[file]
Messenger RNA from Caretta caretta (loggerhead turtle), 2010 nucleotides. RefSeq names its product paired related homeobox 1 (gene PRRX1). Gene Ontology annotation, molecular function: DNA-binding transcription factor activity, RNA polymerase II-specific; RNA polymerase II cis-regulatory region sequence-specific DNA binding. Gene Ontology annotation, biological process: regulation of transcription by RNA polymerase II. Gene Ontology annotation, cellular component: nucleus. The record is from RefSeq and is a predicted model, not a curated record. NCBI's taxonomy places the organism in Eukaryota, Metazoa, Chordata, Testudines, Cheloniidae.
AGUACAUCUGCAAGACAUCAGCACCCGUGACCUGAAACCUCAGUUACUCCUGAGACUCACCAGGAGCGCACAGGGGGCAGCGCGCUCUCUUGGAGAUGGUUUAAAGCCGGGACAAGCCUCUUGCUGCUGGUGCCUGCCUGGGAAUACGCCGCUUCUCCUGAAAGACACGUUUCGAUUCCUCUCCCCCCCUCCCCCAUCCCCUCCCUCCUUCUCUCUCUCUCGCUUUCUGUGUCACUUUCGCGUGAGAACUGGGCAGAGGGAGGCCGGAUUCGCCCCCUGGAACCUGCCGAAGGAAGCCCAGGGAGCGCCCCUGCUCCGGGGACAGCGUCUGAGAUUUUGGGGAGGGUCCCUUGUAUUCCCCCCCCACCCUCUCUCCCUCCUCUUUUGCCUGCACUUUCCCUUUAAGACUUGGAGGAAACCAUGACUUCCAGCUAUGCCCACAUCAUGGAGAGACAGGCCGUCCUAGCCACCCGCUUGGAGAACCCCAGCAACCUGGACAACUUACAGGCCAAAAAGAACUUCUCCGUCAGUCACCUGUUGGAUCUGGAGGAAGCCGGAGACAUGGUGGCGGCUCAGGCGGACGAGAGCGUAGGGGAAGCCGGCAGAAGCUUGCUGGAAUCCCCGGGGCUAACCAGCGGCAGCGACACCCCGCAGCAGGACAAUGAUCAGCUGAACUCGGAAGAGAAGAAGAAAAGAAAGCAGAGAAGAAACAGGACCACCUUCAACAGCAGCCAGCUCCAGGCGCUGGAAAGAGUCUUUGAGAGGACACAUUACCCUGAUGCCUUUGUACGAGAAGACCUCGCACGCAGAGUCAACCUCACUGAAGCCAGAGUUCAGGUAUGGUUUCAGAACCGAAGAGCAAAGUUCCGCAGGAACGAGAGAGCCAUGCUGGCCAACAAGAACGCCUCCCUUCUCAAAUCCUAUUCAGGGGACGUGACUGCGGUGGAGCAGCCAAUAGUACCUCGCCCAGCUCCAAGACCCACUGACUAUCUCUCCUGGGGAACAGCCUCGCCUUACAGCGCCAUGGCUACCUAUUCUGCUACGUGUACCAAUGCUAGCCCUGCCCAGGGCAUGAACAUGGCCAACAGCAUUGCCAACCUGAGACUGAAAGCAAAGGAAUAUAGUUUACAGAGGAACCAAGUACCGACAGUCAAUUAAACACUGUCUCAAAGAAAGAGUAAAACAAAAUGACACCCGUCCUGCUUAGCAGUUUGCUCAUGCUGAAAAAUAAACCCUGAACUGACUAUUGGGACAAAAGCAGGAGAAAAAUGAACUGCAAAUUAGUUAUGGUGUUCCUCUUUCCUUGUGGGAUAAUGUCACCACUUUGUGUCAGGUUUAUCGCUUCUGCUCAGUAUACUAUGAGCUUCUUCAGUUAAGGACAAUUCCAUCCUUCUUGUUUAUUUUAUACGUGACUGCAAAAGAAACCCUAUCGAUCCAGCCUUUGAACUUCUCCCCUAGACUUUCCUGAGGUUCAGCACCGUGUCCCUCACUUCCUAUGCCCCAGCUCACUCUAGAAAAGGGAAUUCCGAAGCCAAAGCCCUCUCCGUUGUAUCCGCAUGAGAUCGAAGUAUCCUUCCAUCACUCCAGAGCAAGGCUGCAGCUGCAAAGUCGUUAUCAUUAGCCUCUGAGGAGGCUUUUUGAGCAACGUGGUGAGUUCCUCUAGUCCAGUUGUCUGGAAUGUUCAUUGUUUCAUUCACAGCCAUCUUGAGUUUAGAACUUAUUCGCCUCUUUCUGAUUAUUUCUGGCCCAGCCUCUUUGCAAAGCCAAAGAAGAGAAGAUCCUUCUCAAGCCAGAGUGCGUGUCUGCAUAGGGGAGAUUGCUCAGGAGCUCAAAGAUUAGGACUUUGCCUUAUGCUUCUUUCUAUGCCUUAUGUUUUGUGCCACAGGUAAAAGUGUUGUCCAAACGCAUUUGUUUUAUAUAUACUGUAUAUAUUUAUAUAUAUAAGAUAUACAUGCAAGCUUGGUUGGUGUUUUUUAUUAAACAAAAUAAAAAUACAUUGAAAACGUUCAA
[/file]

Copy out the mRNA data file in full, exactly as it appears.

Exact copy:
Messenger RNA from Caretta caretta (loggerhead turtle), 2010 nucleotides. RefSeq names its product paired related homeobox 1 (gene PRRX1). Gene Ontology annotation, molecular function: DNA-binding transcription factor activity, RNA polymerase II-specific; RNA polymerase II cis-regulatory region sequence-specific DNA binding. Gene Ontology annotation, biological process: regulation of transcription by RNA polymerase II. Gene Ontology annotation, cellular component: nucleus. The record is from RefSeq and is a predicted model, not a curated record. NCBI's taxonomy places the organism in Eukaryota, Metazoa, Chordata, Testudines, Cheloniidae.
AGUACAUCUGCAAGACAUCAGCACCCGUGACCUGAAACCUCAGUUACUCCUGAGACUCACCAGGAGCGCACAGGGGGCAGCGCGCUCUCUUGGAGAUGGUUUAAAGCCGGGACAAGCCUCUUGCUGCUGGUGCCUGCCUGGGAAUACGCCGCUUCUCCUGAAAGACACGUUUCGAUUCCUCUCCCCCCCUCCCCCAUCCCCUCCCUCCUUCUCUCUCUCUCGCUUUCUGUGUCACUUUCGCGUGAGAACUGGGCAGAGGGAGGCCGGAUUCGCCCCCUGGAACCUGCCGAAGGAAGCCCAGGGAGCGCCCCUGCUCCGGGGACAGCGUCUGAGAUUUUGGGGAGGGUCCCUUGUAUUCCCCCCCCACCCUCUCUCCCUCCUCUUUUGCCUGCACUUUCCCUUUAAGACUUGGAGGAAACCAUGACUUCCAGCUAUGCCCACAUCAUGGAGAGACAGGCCGUCCUAGCCACCCGCUUGGAGAACCCCAGCAACCUGGACAACUUACAGGCCAAAAAGAACUUCUCCGUCAGUCACCUGUUGGAUCUGGAGGAAGCCGGAGACAUGGUGGCGGCUCAGGCGGACGAGAGCGUAGGGGAAGCCGGCAGAAGCUUGCUGGAAUCCCCGGGGCUAACCAGCGGCAGCGACACCCCGCAGCAGGACAAUGAUCAGCUGAACUCGGAAGAGAAGAAGAAAAGAAAGCAGAGAAGAAACAGGACCACCUUCAACAGCAGCCAGCUCCAGGCGCUGGAAAGAGUCUUUGAGAGGACACAUUACCCUGAUGCCUUUGUACGAGAAGACCUCGCACGCAGAGUCAACCUCACUGAAGCCAGAGUUCAGGUAUGGUUUCAGAACCGAAGAGCAAAGUUCCGCAGGAACGAGAGAGCCAUGCUGGCCAACAAGAACGCCUCCCUUCUCAAAUCCUAUUCAGGGGACGUGACUGCGGUGGAGCAGCCAAUAGUACCUCGCCCAGCUCCAAGACCCACUGACUAUCUCUCCUGGGGAACAGCCUCGCCUUACAGCGCCAUGGCUACCUAUUCUGCUACGUGUACCAAUGCUAGCCCUGCCCAGGGCAUGAACAUGGCCAACAGCAUUGCCAACCUGAGACUGAAAGCAAAGGAAUAUAGUUUACAGAGGAACCAAGUACCGACAGUCAAUUAAACACUGUCUCAAAGAAAGAGUAAAACAAAAUGACACCCGUCCUGCUUAGCAGUUUGCUCAUGCUGAAAAAUAAACCCUGAACUGACUAUUGGGACAAAAGCAGGAGAAAAAUGAACUGCAAAUUAGUUAUGGUGUUCCUCUUUCCUUGUGGGAUAAUGUCACCACUUUGUGUCAGGUUUAUCGCUUCUGCUCAGUAUACUAUGAGCUUCUUCAGUUAAGGACAAUUCCAUCCUUCUUGUUUAUUUUAUACGUGACUGCAAAAGAAACCCUAUCGAUCCAGCCUUUGAACUUCUCCCCUAGACUUUCCUGAGGUUCAGCACCGUGUCCCUCACUUCCUAUGCCCCAGCUCACUCUAGAAAAGGGAAUUCCGAAGCCAAAGCCCUCUCCGUUGUAUCCGCAUGAGAUCGAAGUAUCCUUCCAUCACUCCAGAGCAAGGCUGCAGCUGCAAAGUCGUUAUCAUUAGCCUCUGAGGAGGCUUUUUGAGCAACGUGGUGAGUUCCUCUAGUCCAGUUGUCUGGAAUGUUCAUUGUUUCAUUCACAGCCAUCUUGAGUUUAGAACUUAUUCGCCUCUUUCUGAUUAUUUCUGGCCCAGCCUCUUUGCAAAGCCAAAGAAGAGAAGAUCCUUCUCAAGCCAGAGUGCGUGUCUGCAUAGGGGAGAUUGCUCAGGAGCUCAAAGAUUAGGACUUUGCCUUAUGCUUCUUUCUAUGCCUUAUGUUUUGUGCCACAGGUAAAAGUGUUGUCCAAACGCAUUUGUUUUAUAUAUACUGUAUAUAUUUAUAUAUAUAAGAUAUACAUGCAAGCUUGGUUGGUGUUUUUUAUUAAACAAAAUAAAAAUACAUUGAAAACGUUCAA